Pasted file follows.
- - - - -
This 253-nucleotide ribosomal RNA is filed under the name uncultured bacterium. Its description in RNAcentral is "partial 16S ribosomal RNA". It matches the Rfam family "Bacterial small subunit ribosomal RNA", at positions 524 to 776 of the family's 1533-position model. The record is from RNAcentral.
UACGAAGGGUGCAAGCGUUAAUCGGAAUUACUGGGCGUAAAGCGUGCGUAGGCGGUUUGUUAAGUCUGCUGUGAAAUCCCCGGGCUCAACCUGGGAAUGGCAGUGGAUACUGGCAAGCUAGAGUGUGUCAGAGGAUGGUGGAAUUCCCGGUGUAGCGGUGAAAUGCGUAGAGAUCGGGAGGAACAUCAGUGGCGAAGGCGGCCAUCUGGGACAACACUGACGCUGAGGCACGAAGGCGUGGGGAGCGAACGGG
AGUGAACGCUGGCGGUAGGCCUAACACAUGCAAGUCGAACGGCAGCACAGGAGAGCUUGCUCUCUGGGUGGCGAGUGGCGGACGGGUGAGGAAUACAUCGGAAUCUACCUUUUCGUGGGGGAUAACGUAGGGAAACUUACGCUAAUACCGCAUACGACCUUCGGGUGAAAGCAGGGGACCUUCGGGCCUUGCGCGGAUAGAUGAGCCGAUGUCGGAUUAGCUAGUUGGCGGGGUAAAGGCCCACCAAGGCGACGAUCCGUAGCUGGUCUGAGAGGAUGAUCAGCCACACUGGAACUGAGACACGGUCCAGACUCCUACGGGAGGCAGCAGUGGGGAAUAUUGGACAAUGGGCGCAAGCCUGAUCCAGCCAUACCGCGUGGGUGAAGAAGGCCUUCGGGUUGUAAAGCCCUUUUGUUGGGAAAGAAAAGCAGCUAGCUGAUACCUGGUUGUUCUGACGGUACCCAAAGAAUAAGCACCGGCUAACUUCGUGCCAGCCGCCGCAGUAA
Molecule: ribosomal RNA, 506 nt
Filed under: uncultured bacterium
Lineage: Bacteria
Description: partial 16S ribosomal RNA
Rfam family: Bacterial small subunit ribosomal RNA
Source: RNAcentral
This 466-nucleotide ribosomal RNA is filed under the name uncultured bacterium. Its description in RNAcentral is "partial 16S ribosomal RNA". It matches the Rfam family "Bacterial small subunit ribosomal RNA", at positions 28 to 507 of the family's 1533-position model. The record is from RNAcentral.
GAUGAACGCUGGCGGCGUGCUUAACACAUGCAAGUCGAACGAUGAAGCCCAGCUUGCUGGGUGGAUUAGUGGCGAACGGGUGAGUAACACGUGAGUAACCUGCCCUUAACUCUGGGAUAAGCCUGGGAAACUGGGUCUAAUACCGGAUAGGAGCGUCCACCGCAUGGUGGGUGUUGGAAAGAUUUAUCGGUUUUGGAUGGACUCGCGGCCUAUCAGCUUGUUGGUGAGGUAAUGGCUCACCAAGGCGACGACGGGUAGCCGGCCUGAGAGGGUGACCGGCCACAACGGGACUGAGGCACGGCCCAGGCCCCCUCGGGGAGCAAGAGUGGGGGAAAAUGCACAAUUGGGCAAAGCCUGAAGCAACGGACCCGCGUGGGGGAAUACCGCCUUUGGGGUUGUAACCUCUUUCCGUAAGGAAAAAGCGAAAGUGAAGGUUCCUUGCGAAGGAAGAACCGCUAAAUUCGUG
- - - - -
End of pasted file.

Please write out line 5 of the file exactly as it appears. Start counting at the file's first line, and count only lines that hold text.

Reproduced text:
Filed under: uncultured bacterium